Tuesday, April 21, 2015

Ladder Climbing

I've been feeling a touch jaded lately. And I don't like to feel that way. I like enthusiasm and positivity. I'm a hopeful realist. I realized my glumness is because there's no new tidbits to get me fired up. I've been working my ass off. Things are progressing. There's been some nice things happen. But there's been no new peeks lately.  And then I thought about ladders.

I think the journey of screenwriting like a series of ladders. And what you get excited about depends on where you are on the ladders.

Here's my ladder analogy...

There's the "hobbyist ladder". This is the one where you really have no fucking clue, but writing is the bomb. You're filled with hope and ideas of success and getting involved in the whole world of screenwriting, but you haven't quite committed to it. You might not tell anyone you're writing. You've never had professional feedback. You're not even sure what that is. Your mom likes your scripts. By the time you climb that ladder, you've made the commitment to learn the craft. It's time to get serious about becoming a screenwriter. Many drop off here or just stay on this ladder, where it's fun.

Next, you jump over to the "amateur ladder". This is the learning ladder. The social ladder. The ladder of hard work and dedication. The ladder where you enter the society of writers. Courses, books, articles, webinars, social media, you troll professional blogs and are a sponge. You find your homies (writing groups). You write a lot. You get better. You get professional feedback. You get better. You enter contests. You get better. You rise in the ranks. You might win a few. You get some reads by legitimate execs. You might make a short or help on other people's. Then you maybe get a manager, or get an option, or contracted to write something. Feels great to be at the top of this ladder.

And then you jump to the bottom of the "professional ladder". This is the ladder where you're trying to get paid and eek out a living as a full time writer. You get pro champions for your work. You build relationships with producers/directors. You probably write on spec for "up-and-comers" in the hopes that something will come of it. You might make more shorts. You might get small gigs, and then hopefully bigger ones, that pay... And climb that ladder.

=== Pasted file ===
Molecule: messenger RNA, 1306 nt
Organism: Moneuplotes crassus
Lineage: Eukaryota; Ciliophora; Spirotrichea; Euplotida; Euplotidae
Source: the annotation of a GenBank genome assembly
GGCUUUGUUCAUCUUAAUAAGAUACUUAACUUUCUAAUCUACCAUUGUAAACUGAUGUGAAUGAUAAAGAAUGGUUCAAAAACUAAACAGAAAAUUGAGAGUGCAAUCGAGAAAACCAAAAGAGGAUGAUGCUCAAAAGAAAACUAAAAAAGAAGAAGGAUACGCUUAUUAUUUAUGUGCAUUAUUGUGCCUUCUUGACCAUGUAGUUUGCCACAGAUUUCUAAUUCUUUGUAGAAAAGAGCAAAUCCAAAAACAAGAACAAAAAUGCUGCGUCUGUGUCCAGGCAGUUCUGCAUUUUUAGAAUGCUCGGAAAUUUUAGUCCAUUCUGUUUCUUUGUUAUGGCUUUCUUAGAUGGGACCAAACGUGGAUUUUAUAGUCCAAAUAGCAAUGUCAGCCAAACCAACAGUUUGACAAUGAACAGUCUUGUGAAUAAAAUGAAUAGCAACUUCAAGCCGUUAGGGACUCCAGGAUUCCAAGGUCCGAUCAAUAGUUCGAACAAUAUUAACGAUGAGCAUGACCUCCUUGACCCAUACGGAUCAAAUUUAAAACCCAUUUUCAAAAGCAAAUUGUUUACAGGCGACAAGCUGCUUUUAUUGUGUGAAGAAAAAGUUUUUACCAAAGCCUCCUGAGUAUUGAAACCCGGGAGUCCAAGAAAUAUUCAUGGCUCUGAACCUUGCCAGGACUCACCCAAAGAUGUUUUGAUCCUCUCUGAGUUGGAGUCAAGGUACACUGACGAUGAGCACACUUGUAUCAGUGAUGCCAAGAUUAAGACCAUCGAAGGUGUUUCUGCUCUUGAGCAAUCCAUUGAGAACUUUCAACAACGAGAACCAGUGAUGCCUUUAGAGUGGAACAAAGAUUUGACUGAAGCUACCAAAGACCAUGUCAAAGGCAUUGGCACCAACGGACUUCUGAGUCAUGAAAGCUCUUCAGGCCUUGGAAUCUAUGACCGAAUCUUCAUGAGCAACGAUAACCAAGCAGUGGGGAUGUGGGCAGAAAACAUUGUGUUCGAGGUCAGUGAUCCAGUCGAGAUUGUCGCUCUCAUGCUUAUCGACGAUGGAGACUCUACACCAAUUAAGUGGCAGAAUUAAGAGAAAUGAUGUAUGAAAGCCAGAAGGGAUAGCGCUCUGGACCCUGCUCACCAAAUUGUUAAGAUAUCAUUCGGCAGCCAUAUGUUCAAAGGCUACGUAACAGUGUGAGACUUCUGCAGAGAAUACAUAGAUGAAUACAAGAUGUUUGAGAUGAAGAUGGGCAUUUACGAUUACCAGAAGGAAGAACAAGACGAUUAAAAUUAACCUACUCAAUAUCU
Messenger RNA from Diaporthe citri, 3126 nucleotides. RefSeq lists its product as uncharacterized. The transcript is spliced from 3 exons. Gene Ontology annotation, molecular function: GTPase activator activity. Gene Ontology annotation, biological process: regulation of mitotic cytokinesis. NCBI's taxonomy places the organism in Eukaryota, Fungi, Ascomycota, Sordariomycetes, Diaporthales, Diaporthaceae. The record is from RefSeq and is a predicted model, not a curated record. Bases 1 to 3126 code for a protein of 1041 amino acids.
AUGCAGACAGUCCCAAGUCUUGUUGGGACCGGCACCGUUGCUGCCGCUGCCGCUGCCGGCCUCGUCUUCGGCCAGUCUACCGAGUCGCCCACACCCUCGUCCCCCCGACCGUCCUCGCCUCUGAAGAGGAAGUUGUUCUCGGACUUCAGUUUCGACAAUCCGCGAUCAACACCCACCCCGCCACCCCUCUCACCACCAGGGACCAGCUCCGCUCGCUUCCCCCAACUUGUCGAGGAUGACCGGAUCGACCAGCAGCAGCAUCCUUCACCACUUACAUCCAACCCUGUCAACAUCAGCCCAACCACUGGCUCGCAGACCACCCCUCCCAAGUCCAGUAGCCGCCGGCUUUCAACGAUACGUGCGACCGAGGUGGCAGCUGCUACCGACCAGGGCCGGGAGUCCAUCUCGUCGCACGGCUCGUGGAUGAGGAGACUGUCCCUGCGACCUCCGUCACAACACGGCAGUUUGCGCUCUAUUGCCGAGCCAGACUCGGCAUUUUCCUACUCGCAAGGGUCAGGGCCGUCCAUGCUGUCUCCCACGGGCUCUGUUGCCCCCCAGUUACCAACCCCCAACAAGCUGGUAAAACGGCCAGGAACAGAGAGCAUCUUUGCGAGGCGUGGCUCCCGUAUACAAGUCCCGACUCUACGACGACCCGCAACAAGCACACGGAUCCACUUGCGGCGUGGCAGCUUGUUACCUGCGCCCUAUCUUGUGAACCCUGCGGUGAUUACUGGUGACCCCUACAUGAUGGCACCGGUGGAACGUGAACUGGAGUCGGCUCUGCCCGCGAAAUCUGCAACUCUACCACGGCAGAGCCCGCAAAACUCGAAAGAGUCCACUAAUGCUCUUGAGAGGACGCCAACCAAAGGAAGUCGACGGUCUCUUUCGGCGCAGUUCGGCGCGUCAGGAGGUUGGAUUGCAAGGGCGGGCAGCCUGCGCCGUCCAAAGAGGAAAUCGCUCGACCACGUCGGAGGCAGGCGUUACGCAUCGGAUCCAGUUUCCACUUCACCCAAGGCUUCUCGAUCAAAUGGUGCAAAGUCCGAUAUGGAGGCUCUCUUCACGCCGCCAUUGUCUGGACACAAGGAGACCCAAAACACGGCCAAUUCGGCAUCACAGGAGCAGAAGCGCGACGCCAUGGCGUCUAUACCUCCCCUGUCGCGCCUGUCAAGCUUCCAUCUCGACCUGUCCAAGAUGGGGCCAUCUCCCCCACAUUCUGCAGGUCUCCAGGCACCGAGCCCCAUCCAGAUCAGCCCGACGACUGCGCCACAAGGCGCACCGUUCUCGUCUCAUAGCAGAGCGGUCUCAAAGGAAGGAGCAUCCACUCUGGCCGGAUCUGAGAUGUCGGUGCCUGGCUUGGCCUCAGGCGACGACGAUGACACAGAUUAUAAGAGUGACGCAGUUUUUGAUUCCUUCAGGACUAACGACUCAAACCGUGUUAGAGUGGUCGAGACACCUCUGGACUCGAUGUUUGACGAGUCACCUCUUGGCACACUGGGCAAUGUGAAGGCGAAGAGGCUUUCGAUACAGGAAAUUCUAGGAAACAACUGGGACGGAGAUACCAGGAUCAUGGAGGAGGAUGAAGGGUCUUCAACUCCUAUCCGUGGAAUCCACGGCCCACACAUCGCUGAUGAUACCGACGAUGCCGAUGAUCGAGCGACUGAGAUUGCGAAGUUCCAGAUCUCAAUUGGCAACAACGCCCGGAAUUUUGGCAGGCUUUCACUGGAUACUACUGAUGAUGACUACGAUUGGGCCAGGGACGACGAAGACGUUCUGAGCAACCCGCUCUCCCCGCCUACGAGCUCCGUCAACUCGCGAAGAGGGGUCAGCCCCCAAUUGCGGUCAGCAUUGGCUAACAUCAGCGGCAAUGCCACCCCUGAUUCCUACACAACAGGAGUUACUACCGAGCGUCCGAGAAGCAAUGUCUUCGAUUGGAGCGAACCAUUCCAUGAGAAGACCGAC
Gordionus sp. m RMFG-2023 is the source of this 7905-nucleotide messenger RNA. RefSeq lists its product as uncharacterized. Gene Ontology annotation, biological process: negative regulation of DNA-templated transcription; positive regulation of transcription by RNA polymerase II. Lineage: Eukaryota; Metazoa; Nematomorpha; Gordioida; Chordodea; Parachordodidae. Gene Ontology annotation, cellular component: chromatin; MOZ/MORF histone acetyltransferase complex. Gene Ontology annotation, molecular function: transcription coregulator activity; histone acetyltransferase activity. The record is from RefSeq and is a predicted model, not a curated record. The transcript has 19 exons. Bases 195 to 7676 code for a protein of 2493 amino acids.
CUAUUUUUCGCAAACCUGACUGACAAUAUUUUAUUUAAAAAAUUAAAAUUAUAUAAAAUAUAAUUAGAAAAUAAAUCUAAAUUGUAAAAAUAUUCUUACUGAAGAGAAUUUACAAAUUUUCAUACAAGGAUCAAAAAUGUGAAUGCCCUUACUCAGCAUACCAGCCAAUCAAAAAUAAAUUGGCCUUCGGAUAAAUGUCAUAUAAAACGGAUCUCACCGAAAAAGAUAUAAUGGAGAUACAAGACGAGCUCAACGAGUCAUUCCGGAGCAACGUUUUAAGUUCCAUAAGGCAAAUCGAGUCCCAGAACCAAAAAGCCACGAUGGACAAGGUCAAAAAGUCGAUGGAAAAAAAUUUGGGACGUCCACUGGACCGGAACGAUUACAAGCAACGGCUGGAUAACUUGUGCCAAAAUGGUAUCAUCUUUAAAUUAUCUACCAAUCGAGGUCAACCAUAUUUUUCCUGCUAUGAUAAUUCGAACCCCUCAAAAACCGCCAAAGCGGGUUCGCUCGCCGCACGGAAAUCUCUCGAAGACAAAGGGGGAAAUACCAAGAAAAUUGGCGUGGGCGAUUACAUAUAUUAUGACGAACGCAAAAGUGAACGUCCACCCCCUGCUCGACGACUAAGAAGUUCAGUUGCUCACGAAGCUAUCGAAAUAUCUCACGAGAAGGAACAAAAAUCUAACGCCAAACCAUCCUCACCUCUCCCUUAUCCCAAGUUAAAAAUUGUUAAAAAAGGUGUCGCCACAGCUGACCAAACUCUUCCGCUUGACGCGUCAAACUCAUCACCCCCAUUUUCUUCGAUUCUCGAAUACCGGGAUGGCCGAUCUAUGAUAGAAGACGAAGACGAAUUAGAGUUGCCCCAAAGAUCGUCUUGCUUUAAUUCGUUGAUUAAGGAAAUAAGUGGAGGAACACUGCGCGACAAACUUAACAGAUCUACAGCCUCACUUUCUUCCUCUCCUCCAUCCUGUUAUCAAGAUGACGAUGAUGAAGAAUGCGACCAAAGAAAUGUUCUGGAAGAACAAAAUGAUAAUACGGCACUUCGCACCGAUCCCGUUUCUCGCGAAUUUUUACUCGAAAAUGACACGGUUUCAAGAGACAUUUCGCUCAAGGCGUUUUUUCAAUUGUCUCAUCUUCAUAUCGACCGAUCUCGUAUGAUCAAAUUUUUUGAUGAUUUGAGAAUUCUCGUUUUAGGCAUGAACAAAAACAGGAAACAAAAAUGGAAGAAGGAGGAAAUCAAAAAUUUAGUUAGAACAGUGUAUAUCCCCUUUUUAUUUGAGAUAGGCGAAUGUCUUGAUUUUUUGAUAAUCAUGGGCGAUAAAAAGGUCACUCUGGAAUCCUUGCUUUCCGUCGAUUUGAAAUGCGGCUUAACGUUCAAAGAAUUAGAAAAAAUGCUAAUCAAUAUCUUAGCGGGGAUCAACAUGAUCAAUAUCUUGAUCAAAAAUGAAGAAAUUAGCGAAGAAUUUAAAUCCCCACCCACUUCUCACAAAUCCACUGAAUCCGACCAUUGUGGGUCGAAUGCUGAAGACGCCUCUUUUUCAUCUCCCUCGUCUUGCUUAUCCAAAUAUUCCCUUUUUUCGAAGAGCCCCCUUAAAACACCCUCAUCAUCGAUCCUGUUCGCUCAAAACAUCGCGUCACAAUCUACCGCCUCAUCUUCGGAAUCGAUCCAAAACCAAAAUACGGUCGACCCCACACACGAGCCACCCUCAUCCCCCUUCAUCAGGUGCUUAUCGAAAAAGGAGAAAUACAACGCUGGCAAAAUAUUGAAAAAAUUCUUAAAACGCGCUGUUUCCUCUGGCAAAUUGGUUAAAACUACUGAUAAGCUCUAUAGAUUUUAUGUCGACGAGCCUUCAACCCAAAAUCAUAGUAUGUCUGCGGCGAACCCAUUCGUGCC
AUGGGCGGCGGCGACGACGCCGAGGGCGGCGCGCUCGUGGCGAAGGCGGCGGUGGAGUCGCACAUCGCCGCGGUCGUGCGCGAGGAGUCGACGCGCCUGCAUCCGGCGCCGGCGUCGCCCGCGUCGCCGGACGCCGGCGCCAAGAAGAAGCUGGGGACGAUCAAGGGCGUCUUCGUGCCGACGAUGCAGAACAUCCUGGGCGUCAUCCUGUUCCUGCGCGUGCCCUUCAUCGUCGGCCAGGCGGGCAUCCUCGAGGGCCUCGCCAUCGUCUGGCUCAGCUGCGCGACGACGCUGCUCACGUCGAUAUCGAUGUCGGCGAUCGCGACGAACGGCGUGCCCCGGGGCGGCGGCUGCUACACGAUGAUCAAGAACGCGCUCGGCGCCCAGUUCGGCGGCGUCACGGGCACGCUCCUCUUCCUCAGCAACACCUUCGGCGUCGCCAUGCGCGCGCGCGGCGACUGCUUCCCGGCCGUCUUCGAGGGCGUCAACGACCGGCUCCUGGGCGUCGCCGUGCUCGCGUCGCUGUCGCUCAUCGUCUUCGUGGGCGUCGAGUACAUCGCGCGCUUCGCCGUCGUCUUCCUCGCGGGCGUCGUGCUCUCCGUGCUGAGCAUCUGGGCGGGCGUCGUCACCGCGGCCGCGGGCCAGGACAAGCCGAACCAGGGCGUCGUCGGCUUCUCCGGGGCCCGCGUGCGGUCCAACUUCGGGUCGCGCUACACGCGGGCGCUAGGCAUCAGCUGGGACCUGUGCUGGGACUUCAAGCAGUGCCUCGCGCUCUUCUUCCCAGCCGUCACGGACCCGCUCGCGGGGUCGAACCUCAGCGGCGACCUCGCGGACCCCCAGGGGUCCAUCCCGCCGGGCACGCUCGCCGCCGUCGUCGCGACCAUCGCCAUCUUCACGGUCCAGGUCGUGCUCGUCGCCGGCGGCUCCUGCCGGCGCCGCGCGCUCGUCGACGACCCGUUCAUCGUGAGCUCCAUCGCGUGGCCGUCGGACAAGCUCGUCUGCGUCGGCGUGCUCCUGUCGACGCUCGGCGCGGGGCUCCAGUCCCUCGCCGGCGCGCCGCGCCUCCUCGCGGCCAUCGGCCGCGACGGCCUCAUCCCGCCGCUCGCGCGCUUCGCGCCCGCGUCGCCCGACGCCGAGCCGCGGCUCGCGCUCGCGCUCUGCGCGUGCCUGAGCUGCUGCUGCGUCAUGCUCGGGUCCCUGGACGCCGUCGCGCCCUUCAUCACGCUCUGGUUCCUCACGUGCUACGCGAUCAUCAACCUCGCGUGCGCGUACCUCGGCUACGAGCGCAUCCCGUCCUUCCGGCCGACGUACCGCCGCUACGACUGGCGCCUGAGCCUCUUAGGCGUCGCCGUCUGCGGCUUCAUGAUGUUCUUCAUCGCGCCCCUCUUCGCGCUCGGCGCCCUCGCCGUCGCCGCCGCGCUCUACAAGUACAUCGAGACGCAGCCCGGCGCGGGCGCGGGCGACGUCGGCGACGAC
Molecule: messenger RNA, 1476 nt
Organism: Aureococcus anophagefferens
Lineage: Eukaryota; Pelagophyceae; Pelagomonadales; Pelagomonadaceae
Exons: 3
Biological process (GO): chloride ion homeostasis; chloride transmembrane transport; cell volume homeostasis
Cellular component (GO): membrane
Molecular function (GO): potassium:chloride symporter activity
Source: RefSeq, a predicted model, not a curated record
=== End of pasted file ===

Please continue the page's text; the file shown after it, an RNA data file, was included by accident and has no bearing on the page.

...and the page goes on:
The higher the ladder, the less people are on the ladder with you. At the bottom, there's a shit ton of climbers. You're climbing all over each other, hard to tell everyone apart. But if you are original enough, good enough, then you might be able to catch a higher rung and climb. The higher you get, the farther apart the rungs are. The pro ladder is a long and hard fucking ladder. You grow tough. Calloused. You may get a bit dinged up. But you hang on. Because you've just climbed too many damn ladders by now to give up.

I don't know what the pro ladder looks like after that. Maybe once you really break in with the first decent sale, or the first film produced, or a well paid contract the rungs start to get closer together again. I live in hope to see that part of the ladder. I imagine that section is really fun and crazy. Like Wonderland in a wild, action-packed theme park. There's flying monkeys and carnival mirrors.

Then there's the "elitist ladder" (or A-list ladder), but I have absolutely no clue what that ladder looks like. I'm sure it's made of gold, and there's beautiful people serving you champagne and feeding you grapes while trolls lurk behind the ladder and try to push you off. Maybe.

SO... that's the ladders.

Side Note: Of course, everyone's series of ladders are going to be slightly different, but you get the general idea.

I think on each ladder, there are different things to be excited about. I remember almost shitting my pants when I won a few comps. I mean, the bubbles came out, I was ecstatic for months! I felt a great sense of accomplishment. When I first started getting reads from proper execs!?! Holy shit, that was awesome. I mean G. Del Toro's company was reading MY script! Fuck me. I was sure each time (in the beginning) there was a big deal waiting for me. And when I got a manager, I celebrated like mad. And all of these things were absolutely valid excitements. I was climbing. Moving "onwards and upwards".

And all you can really see from the ladders are the rungs below you. But the ones above you are in the clouds. You can't anticipate those. Like life, I guess. But I think the more rungs below you, the more you learn to temper your excitement, because along with more accomplishments, there are inevitably more rejections too. And if you allow the roller coaster to get out of hand, you're going to barf. Maybe even let go of the ladder. So, I guess it takes more now to get me excited. It needs to be something new.

My short script won 2nd place recently in a comp, and I wasn't even excited. No bubbles. Shame really. What we get excited about shifts. Now I'm pumped about a potential book option. Things that will help me keep climbing. And yesterday, I got a whiff of something very exciting, but it's WAY too premature to even think about, let alone speak about. That's the other thing... you learn WHEN it's appropriate to even allow yourself to get excited.

It's an individual sport of climbing ladders. But it's great to be excited for someone else's achievements, regardless of where you or they are on the ladders. You can relate if you've already been on that rung. You can get a glimmer into the clouds if that rung is above you. And you can just be damn happy that someone's climbing those ladders, just like you are. There's strength in that. Comradery. There's no limit on goodwill. God knows we can use all of that we can get. I think that's a good way to avoid falling too far into the jaded pit. I'm very grateful for my homies. You need friends to laugh with on those fucking ladders.